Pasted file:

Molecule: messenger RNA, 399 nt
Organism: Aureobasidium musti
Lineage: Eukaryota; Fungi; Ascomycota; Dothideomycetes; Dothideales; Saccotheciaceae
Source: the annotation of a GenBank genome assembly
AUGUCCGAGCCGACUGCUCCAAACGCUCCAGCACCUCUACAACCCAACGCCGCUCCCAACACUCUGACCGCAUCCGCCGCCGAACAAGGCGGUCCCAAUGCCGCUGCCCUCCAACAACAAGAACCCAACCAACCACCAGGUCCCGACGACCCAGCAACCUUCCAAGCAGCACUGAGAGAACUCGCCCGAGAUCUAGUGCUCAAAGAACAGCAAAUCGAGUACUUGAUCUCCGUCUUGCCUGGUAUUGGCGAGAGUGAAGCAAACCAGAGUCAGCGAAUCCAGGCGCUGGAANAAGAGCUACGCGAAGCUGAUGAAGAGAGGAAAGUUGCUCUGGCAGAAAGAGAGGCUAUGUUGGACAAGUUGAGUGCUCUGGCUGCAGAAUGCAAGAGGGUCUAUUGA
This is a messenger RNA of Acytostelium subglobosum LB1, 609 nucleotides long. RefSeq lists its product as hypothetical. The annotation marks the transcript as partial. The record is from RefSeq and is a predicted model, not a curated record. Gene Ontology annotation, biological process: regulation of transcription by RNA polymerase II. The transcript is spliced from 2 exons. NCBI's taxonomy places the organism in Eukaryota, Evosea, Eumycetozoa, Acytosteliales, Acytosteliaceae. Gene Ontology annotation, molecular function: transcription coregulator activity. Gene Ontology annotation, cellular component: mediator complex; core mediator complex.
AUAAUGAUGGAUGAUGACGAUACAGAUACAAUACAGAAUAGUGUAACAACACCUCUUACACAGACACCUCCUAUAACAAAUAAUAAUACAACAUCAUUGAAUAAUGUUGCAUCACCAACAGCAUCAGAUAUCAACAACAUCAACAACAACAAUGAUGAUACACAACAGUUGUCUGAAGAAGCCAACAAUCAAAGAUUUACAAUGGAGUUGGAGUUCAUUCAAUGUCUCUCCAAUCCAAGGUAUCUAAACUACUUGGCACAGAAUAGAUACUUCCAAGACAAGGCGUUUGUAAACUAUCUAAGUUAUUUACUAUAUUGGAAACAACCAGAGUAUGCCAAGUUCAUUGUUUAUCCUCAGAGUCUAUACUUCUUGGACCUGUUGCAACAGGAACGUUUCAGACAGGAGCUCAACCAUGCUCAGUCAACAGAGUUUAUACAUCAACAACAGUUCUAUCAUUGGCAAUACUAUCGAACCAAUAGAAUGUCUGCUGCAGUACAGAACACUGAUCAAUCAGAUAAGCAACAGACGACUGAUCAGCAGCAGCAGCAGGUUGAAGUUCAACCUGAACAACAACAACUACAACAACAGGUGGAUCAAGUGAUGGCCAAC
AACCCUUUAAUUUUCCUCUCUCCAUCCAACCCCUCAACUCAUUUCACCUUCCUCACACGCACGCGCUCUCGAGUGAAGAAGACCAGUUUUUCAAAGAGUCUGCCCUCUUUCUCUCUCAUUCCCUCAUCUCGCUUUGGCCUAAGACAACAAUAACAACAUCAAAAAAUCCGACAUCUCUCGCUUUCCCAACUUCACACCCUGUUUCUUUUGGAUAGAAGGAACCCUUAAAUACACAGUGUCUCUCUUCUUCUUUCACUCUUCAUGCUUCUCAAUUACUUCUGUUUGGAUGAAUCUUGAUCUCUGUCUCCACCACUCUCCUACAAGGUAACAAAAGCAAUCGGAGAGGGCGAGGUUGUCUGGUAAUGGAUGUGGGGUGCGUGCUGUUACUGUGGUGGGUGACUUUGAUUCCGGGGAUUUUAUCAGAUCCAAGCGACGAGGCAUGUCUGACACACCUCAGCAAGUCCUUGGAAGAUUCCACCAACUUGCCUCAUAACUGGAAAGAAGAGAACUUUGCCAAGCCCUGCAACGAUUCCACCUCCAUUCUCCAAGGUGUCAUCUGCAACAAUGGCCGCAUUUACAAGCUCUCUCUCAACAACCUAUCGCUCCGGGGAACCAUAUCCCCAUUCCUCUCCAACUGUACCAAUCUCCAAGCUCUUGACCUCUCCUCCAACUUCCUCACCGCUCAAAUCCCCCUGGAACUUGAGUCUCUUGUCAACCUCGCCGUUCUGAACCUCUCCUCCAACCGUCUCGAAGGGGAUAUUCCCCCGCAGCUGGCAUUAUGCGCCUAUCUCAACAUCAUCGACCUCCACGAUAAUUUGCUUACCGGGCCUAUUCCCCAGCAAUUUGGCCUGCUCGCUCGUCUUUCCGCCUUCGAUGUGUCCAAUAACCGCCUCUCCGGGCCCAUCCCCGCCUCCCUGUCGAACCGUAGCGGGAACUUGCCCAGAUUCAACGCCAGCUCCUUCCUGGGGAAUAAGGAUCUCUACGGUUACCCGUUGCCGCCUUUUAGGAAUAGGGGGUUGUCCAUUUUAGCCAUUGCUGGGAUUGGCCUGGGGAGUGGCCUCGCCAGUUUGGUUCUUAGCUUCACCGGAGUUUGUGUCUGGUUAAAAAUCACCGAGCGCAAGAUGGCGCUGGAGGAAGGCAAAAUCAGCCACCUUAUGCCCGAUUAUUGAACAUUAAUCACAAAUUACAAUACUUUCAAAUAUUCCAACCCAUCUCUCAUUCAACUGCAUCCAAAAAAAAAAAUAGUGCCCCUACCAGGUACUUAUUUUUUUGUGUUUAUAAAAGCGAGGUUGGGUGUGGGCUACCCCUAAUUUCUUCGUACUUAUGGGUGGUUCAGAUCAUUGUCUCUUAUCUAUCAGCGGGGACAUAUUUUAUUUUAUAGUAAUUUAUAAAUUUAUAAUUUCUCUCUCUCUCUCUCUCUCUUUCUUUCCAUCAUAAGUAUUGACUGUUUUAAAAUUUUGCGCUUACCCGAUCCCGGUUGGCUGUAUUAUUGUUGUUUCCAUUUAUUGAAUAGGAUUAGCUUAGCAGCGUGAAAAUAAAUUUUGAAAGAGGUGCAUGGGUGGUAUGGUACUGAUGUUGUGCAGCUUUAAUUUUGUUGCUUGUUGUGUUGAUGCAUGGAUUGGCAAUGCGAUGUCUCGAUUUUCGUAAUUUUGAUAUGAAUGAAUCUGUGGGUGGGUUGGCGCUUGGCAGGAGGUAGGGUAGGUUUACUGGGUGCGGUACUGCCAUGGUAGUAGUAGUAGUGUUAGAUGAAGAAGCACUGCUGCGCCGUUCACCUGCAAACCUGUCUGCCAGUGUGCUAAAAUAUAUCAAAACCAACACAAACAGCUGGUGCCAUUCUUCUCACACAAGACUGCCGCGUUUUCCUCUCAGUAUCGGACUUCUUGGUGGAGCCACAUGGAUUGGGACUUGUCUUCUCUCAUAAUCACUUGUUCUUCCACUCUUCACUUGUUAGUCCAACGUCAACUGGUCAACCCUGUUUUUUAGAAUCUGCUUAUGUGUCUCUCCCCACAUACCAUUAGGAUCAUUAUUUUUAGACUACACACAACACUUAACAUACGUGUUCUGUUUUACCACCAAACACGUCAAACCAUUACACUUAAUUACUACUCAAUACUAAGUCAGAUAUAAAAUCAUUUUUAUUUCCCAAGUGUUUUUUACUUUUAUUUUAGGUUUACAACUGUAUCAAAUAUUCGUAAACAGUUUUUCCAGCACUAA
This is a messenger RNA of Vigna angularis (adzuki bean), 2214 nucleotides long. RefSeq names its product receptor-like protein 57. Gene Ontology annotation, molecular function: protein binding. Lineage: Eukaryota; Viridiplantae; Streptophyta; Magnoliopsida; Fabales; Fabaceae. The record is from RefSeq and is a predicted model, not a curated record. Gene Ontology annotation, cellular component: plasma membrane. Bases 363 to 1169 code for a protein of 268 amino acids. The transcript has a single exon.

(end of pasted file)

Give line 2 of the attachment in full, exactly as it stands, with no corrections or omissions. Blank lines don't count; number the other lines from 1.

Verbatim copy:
Organism: Aureobasidium musti